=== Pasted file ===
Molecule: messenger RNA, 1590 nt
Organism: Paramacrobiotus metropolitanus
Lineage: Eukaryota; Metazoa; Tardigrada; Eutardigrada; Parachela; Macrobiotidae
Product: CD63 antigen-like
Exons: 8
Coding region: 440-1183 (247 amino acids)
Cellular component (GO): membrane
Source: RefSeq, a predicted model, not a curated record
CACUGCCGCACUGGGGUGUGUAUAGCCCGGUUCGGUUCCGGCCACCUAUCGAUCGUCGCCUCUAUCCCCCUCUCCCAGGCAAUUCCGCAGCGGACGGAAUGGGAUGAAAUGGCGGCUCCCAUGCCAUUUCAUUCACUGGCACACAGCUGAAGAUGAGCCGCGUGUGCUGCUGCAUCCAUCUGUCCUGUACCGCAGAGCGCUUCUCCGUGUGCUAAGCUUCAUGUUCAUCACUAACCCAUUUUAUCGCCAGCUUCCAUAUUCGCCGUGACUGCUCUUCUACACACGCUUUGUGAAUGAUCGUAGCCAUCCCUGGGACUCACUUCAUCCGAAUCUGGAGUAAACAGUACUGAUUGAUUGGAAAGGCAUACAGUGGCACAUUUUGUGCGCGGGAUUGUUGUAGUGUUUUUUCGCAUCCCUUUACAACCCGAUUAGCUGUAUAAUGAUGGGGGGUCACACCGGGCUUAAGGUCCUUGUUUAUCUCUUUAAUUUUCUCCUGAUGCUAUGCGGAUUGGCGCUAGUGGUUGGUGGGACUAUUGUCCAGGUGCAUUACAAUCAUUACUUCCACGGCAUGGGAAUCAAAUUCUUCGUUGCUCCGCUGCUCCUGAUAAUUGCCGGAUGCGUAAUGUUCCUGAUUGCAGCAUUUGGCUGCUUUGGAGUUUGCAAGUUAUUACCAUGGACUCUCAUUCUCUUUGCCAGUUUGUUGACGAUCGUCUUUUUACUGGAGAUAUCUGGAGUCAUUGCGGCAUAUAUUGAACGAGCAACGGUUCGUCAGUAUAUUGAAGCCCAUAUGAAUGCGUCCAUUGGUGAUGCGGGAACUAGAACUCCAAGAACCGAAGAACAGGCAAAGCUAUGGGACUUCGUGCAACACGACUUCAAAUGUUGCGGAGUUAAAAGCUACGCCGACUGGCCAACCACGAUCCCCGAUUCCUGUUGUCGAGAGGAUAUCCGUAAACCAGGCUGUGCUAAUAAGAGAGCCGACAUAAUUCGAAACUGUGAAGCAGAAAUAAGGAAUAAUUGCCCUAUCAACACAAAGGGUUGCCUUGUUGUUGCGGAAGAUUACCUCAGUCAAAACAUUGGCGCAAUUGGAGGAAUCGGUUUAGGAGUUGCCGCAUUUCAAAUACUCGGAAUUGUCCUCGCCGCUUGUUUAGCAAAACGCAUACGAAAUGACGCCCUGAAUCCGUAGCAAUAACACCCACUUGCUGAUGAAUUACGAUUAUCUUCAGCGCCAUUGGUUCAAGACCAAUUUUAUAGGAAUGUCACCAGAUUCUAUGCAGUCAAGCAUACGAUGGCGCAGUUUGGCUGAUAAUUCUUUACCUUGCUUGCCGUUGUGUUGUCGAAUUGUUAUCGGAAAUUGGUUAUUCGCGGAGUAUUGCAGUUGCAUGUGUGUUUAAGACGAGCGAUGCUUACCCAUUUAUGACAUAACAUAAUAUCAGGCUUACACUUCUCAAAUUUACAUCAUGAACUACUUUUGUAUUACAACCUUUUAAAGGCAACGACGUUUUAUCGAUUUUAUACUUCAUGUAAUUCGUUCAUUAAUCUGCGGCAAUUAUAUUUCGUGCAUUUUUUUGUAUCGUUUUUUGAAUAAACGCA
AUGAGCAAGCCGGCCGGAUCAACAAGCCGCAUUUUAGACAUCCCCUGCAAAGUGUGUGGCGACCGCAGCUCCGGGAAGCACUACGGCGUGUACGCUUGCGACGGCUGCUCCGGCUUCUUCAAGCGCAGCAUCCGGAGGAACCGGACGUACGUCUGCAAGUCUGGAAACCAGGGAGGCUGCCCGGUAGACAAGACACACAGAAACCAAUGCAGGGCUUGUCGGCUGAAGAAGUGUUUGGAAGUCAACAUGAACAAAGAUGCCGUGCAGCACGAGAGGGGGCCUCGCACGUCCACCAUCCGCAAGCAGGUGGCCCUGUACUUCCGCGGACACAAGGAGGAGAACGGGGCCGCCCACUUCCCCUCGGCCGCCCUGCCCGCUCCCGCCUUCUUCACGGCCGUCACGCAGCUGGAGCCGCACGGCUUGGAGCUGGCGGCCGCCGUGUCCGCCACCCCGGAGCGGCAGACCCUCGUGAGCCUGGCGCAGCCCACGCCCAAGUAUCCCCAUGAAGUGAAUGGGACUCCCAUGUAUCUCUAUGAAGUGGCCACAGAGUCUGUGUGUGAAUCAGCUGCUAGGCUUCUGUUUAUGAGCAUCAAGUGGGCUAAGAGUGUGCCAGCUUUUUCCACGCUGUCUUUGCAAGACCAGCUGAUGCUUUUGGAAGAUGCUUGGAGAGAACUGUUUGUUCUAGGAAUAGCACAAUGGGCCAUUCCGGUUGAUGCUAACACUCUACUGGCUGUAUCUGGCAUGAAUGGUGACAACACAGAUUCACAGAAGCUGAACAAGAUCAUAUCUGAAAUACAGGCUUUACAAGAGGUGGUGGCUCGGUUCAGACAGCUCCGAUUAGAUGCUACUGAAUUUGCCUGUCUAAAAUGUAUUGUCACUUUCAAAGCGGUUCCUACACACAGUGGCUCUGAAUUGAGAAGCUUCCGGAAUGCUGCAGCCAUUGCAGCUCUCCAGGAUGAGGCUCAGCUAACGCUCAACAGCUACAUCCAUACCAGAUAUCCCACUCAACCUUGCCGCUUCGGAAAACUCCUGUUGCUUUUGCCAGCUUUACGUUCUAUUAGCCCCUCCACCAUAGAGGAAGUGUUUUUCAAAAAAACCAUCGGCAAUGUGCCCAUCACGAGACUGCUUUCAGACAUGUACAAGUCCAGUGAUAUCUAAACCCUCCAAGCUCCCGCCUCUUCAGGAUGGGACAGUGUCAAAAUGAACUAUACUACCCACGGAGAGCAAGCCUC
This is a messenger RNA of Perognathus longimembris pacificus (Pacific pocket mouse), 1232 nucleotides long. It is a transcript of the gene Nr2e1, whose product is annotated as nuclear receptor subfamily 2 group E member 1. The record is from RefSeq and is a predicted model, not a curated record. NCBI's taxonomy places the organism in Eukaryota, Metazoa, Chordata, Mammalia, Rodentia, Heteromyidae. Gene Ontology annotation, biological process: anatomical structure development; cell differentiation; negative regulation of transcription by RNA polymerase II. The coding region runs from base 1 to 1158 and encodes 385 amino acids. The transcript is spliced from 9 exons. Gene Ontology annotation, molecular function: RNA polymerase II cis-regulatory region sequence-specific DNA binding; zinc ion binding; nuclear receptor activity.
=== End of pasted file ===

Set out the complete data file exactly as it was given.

Molecule: messenger RNA, 1590 nt
Organism: Paramacrobiotus metropolitanus
Lineage: Eukaryota; Metazoa; Tardigrada; Eutardigrada; Parachela; Macrobiotidae
Product: CD63 antigen-like
Exons: 8
Coding region: 440-1183 (247 amino acids)
Cellular component (GO): membrane
Source: RefSeq, a predicted model, not a curated record
CACUGCCGCACUGGGGUGUGUAUAGCCCGGUUCGGUUCCGGCCACCUAUCGAUCGUCGCCUCUAUCCCCCUCUCCCAGGCAAUUCCGCAGCGGACGGAAUGGGAUGAAAUGGCGGCUCCCAUGCCAUUUCAUUCACUGGCACACAGCUGAAGAUGAGCCGCGUGUGCUGCUGCAUCCAUCUGUCCUGUACCGCAGAGCGCUUCUCCGUGUGCUAAGCUUCAUGUUCAUCACUAACCCAUUUUAUCGCCAGCUUCCAUAUUCGCCGUGACUGCUCUUCUACACACGCUUUGUGAAUGAUCGUAGCCAUCCCUGGGACUCACUUCAUCCGAAUCUGGAGUAAACAGUACUGAUUGAUUGGAAAGGCAUACAGUGGCACAUUUUGUGCGCGGGAUUGUUGUAGUGUUUUUUCGCAUCCCUUUACAACCCGAUUAGCUGUAUAAUGAUGGGGGGUCACACCGGGCUUAAGGUCCUUGUUUAUCUCUUUAAUUUUCUCCUGAUGCUAUGCGGAUUGGCGCUAGUGGUUGGUGGGACUAUUGUCCAGGUGCAUUACAAUCAUUACUUCCACGGCAUGGGAAUCAAAUUCUUCGUUGCUCCGCUGCUCCUGAUAAUUGCCGGAUGCGUAAUGUUCCUGAUUGCAGCAUUUGGCUGCUUUGGAGUUUGCAAGUUAUUACCAUGGACUCUCAUUCUCUUUGCCAGUUUGUUGACGAUCGUCUUUUUACUGGAGAUAUCUGGAGUCAUUGCGGCAUAUAUUGAACGAGCAACGGUUCGUCAGUAUAUUGAAGCCCAUAUGAAUGCGUCCAUUGGUGAUGCGGGAACUAGAACUCCAAGAACCGAAGAACAGGCAAAGCUAUGGGACUUCGUGCAACACGACUUCAAAUGUUGCGGAGUUAAAAGCUACGCCGACUGGCCAACCACGAUCCCCGAUUCCUGUUGUCGAGAGGAUAUCCGUAAACCAGGCUGUGCUAAUAAGAGAGCCGACAUAAUUCGAAACUGUGAAGCAGAAAUAAGGAAUAAUUGCCCUAUCAACACAAAGGGUUGCCUUGUUGUUGCGGAAGAUUACCUCAGUCAAAACAUUGGCGCAAUUGGAGGAAUCGGUUUAGGAGUUGCCGCAUUUCAAAUACUCGGAAUUGUCCUCGCCGCUUGUUUAGCAAAACGCAUACGAAAUGACGCCCUGAAUCCGUAGCAAUAACACCCACUUGCUGAUGAAUUACGAUUAUCUUCAGCGCCAUUGGUUCAAGACCAAUUUUAUAGGAAUGUCACCAGAUUCUAUGCAGUCAAGCAUACGAUGGCGCAGUUUGGCUGAUAAUUCUUUACCUUGCUUGCCGUUGUGUUGUCGAAUUGUUAUCGGAAAUUGGUUAUUCGCGGAGUAUUGCAGUUGCAUGUGUGUUUAAGACGAGCGAUGCUUACCCAUUUAUGACAUAACAUAAUAUCAGGCUUACACUUCUCAAAUUUACAUCAUGAACUACUUUUGUAUUACAACCUUUUAAAGGCAACGACGUUUUAUCGAUUUUAUACUUCAUGUAAUUCGUUCAUUAAUCUGCGGCAAUUAUAUUUCGUGCAUUUUUUUGUAUCGUUUUUUGAAUAAACGCA
AUGAGCAAGCCGGCCGGAUCAACAAGCCGCAUUUUAGACAUCCCCUGCAAAGUGUGUGGCGACCGCAGCUCCGGGAAGCACUACGGCGUGUACGCUUGCGACGGCUGCUCCGGCUUCUUCAAGCGCAGCAUCCGGAGGAACCGGACGUACGUCUGCAAGUCUGGAAACCAGGGAGGCUGCCCGGUAGACAAGACACACAGAAACCAAUGCAGGGCUUGUCGGCUGAAGAAGUGUUUGGAAGUCAACAUGAACAAAGAUGCCGUGCAGCACGAGAGGGGGCCUCGCACGUCCACCAUCCGCAAGCAGGUGGCCCUGUACUUCCGCGGACACAAGGAGGAGAACGGGGCCGCCCACUUCCCCUCGGCCGCCCUGCCCGCUCCCGCCUUCUUCACGGCCGUCACGCAGCUGGAGCCGCACGGCUUGGAGCUGGCGGCCGCCGUGUCCGCCACCCCGGAGCGGCAGACCCUCGUGAGCCUGGCGCAGCCCACGCCCAAGUAUCCCCAUGAAGUGAAUGGGACUCCCAUGUAUCUCUAUGAAGUGGCCACAGAGUCUGUGUGUGAAUCAGCUGCUAGGCUUCUGUUUAUGAGCAUCAAGUGGGCUAAGAGUGUGCCAGCUUUUUCCACGCUGUCUUUGCAAGACCAGCUGAUGCUUUUGGAAGAUGCUUGGAGAGAACUGUUUGUUCUAGGAAUAGCACAAUGGGCCAUUCCGGUUGAUGCUAACACUCUACUGGCUGUAUCUGGCAUGAAUGGUGACAACACAGAUUCACAGAAGCUGAACAAGAUCAUAUCUGAAAUACAGGCUUUACAAGAGGUGGUGGCUCGGUUCAGACAGCUCCGAUUAGAUGCUACUGAAUUUGCCUGUCUAAAAUGUAUUGUCACUUUCAAAGCGGUUCCUACACACAGUGGCUCUGAAUUGAGAAGCUUCCGGAAUGCUGCAGCCAUUGCAGCUCUCCAGGAUGAGGCUCAGCUAACGCUCAACAGCUACAUCCAUACCAGAUAUCCCACUCAACCUUGCCGCUUCGGAAAACUCCUGUUGCUUUUGCCAGCUUUACGUUCUAUUAGCCCCUCCACCAUAGAGGAAGUGUUUUUCAAAAAAACCAUCGGCAAUGUGCCCAUCACGAGACUGCUUUCAGACAUGUACAAGUCCAGUGAUAUCUAAACCCUCCAAGCUCCCGCCUCUUCAGGAUGGGACAGUGUCAAAAUGAACUAUACUACCCACGGAGAGCAAGCCUC
This is a messenger RNA of Perognathus longimembris pacificus (Pacific pocket mouse), 1232 nucleotides long. It is a transcript of the gene Nr2e1, whose product is annotated as nuclear receptor subfamily 2 group E member 1. The record is from RefSeq and is a predicted model, not a curated record. NCBI's taxonomy places the organism in Eukaryota, Metazoa, Chordata, Mammalia, Rodentia, Heteromyidae. Gene Ontology annotation, biological process: anatomical structure development; cell differentiation; negative regulation of transcription by RNA polymerase II. The coding region runs from base 1 to 1158 and encodes 385 amino acids. The transcript is spliced from 9 exons. Gene Ontology annotation, molecular function: RNA polymerase II cis-regulatory region sequence-specific DNA binding; zinc ion binding; nuclear receptor activity.